WATSONVILLE (CBS SF) — The Estrada Fire, which sparked in south Santa Cruz County when a prescribed burn jumped its containment lines Friday, is now 35 percent contained and has burned 148 acres, Cal Fire said Saturday evening
The fire began on Hazel Dell Road and Hidden Canyon northwest of Watsonville, according to officials. As of noon Saturday, evacuation orders had been reduced to evacuation warnings in the Pajaro area: PAJ-E001, PAJ-E002, PAJ-E003, and PAJ-E007. The evacuation warning was lifted in Zone CRZ-E046, Cal Fire said.
Crews are “making good progress” in containing the fire, according to Cal Fire. The agency is asking the public to avoid the fire area and the roads leading to the fire area to allow for residents to travel home and for firefighters to continue to work on the fire.
Update: #EstradaFire near Hazel Dell and Hidden Canyon Road, Northwest of Watsonville in Santa Cruz County is 148 acres and 35% contained. @CALFIRECZU https://t.co/C9TrKqzVrU pic.twitter.com/o6wFVIGC6j
— CAL FIRE (@CAL_FIRE) October 17, 2021
“The fire did not grow last night,” said Angela Bernheisel. “Conditions calmed down significantly overnight.”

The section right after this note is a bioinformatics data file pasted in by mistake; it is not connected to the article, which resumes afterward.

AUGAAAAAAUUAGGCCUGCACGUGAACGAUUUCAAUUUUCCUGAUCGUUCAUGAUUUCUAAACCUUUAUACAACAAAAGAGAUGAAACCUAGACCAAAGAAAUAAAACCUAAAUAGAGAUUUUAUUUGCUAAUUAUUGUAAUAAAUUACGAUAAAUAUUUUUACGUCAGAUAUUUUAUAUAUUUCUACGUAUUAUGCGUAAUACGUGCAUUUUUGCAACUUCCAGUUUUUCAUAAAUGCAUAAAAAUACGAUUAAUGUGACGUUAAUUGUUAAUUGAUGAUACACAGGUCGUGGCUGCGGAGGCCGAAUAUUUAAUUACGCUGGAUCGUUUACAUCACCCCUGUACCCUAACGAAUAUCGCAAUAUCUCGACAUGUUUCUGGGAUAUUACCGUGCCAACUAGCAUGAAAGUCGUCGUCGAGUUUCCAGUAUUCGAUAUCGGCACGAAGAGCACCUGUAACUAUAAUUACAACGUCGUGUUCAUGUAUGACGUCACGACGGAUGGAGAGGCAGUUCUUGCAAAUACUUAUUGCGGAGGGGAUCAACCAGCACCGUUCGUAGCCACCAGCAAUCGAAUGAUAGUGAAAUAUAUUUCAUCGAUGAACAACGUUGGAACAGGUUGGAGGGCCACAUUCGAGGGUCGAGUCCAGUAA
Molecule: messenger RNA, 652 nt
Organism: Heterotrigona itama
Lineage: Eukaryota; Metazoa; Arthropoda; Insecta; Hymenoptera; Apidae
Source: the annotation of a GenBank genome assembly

A Cal Fire prescribed burn in the area Friday afternoon jumped its containment lines near Corralitos Friday. In response, firefighting crews from Cal Fire and Santa Cruz County local fire departments attacked the blaze and surrounded the it with retardant Friday night.
The Santa Cruz County Sheriff’s Office issued evacuation orders and warnings and an evacuation center opened at Corralitos Community Church. That evacuation center closed at 10 p.m. because of light usage, according to Santa Cruz County officials.
- More Info: Cal Fire Incident Page With Evacuation Map
A 20-acre prescribed burn at Estrada Ranch was scheduled for 8 a.m. until 4 p.m. Friday. It was intended to reduce dry fuel and prevent a wildland fire. Cal Fire warned residents on social media to expect to see smoke from the controlled burn.
It’s not yet known what happened to cause the flames to jump the line around 2:40 p.m.
Noe Torres, a Watsonville resident, said that, when he saw wildlife trying to escape the fire, he knew he had to prepare for the worst.
“I saw a bunch of wild turkeys coming down, that was scary,” Torres said.
Torres said he then turned on his sprinklers to protect his property.
Kim Miles said she’s preparing just in case the wind shifts.
“Absolutely,” she said. “Grab some personal things that can’t be replaced, pictures and whatnot, have my car ready if we need to go.”
When asked if she would be able to sleep tonight, she responded, “Very lightly.”
At least 30 engines responded to the blaze Friday afternoon as it flashed across hilly terrain covered in oak and grass.